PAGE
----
Recently, I’ve begun to think more about who I am, who we are are as humans, and I can’t get away from the idea of a “soul”—the idea that the “real me”, the “real you”, isn’t this body but something spiritual. Call it spirit, soul, a Light Being of some kind, I sense that the true nature of ourselves is spiritual. As Pierre Teilhard de Chardin wrote: “We are not human beings having a spiritual experience. We are spiritual beings having a human experience.” This fits very much with my understanding that we have lived before, perhaps many times, both in our natural spirit form and as an incarnated, or reincarnated, “blend” of spirit and flesh. We are, essentially, spirit beings housed inside an animal body. I believe we had a choice prior to incarnation, whether to experience life as a temporal human—vibrating at a much slower frequency than our natural rate—or to remain on the spirit plane. We may even have been given the choice to be reabsorbed back into Source, effectively surrendering our sense of “self”, or individuality. While that idea might smack of spiritual suicide I think it depends on our outlook. If we think of ourselves as separate to Source, as individuals, as “Atman” in Hindu philosophy then yes, we may well want to hold on to our sense of individuality. However, if we come to see ego as an illusion, that we are in fact all One, all Source, then surrendering to the Whole may not seem as unpalatable. One thing I do now think is that it doesn’t matter who we are, what religion we follow, whether we do “good” or “evil” in our human shells—we all return to Source. Our experiences as temporal humans are of value to Source. It doesn’t judge. It doesn’t punish. It just “knows”, and this Universal Knowledge, I feel, is what is being referred to in Genesis 3:22 where God is reported to have said: “Here the man has become like one of us in knowing good and bad”. 

Who that “God” was I’m not so sure. I certainly don’t think it was Source. In the original Hebrew text, it uses both the term “Elohim”, meaning “god” or “gods” (plural) and Yahweh. Hence, as a Jehovah’s Witness, I used to believe this was Jehovah God, the only true God, the Creator God. These days I tend to think Jehovah is more likely either a made-up deity, imagined by the Midianites or Canaanites and absorbed by the Israelites into the Jewish faith and hence the Old Testament. Or maybe even a spirit of some kind, a Light Being emanating from Source, perhaps, who took on the mantle of “God”. Maybe there are “gods”, spirits, out there. Maybe we are of their kind. Maybe they, we, did come to earth and reproduce with humans. Perhaps Genesis 6:4 is a poetic reference to this. Or maybe as spirit “gods” we found a way to “blend” ourselves with humans, perhaps at conception or while in the womb, or maybe as a developing infant. Maybe there are “good” spirits and “bad spirits”—Light Beings and Not-So-Light-Beings—that inhabit human flesh. This could explain why some humans commit atrocities that we condemn, but regardless of how “bad” a human is, I think at death our soul, our spirit, returns to Source, or at least to the spirit plane.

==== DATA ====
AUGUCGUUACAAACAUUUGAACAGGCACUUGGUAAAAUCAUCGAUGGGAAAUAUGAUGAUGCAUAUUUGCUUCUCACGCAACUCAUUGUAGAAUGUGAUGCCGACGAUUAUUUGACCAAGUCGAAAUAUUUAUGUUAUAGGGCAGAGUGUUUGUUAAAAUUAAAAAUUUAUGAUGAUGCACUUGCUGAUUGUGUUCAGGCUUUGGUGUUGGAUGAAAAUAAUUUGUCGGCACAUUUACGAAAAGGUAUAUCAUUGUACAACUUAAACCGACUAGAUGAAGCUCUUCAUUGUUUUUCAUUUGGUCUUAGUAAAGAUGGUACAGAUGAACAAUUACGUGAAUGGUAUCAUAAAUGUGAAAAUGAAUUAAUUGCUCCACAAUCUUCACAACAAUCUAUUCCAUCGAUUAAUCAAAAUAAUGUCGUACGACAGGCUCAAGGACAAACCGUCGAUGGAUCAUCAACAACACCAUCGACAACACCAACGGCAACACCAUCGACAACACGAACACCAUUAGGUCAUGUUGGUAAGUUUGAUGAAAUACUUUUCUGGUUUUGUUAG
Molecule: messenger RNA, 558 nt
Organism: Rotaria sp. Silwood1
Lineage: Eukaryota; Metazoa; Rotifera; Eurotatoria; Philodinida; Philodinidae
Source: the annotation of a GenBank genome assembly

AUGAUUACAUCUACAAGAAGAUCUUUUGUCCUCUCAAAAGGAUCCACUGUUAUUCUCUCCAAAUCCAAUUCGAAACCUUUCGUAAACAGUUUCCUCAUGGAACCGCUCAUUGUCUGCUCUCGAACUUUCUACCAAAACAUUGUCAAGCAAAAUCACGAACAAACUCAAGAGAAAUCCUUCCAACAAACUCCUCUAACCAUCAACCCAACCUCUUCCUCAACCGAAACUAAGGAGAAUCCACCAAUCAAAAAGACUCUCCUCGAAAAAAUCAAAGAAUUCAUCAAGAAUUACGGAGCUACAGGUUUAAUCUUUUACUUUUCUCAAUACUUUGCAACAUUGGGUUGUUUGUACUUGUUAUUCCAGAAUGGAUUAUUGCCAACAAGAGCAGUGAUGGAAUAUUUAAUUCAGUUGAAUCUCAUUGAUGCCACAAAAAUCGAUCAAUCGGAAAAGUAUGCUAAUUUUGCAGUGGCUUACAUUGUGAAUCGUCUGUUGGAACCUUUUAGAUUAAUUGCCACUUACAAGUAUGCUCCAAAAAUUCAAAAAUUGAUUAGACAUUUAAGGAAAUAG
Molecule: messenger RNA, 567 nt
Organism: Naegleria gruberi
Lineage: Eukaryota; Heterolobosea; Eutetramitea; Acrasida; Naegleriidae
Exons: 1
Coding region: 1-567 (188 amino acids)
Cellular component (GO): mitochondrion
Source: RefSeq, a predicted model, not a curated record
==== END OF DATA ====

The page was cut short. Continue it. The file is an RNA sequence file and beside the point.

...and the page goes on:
Once we’re released from our fleshly bodies and ascend to spirit, I believe we have a choice. We might re-enter human form to experience another life, or to put things right from our previous life. Maybe it’s all part of Source experiencing, learning, and adding to the Universal Knowledge pool. In spirit form, we may have access to that information. It may even be possible for a Light Being to access Universal Knowledge while still contained in a human body, perhaps through meditation. Certainly death, I’m sure, brings this knowledge to all.   

So, it’s memorial night and this will be the first time in 53 years that I’ve not commemorated Jesus’ death. It will also be the first time in 18 years that I‘ve not partaken of the memorial emblems as one of the “anointed”. It’s not because I no longer believe in Jesus, or no longer value his teachings. I do. I think he was a spiritual Master. I think he was against religion and for spirituality. I don’t think he intended Christianity as a religion to arise from his death, and certainly not cults like Jehovah’s Witnesses. I don’t feel it’s necessary for me to perform a particular ritual each year—once it was, but not now. I feel I’ve ascended to a place spiritually where the physical rites and rituals are just no longer needed. I don’t view my 2004 “born again” experience as narrowly as a “Christian” experience, or Jesus as the only “Son of God”—an instance of Source, yes, but no more than me or you, perhaps more enlightened, more aware if you will of who he was, what his nature was—but that, I believe, is open to all of us if we just stop to think, really ponder, who are we really?

Thanks for joining me. Bye for now.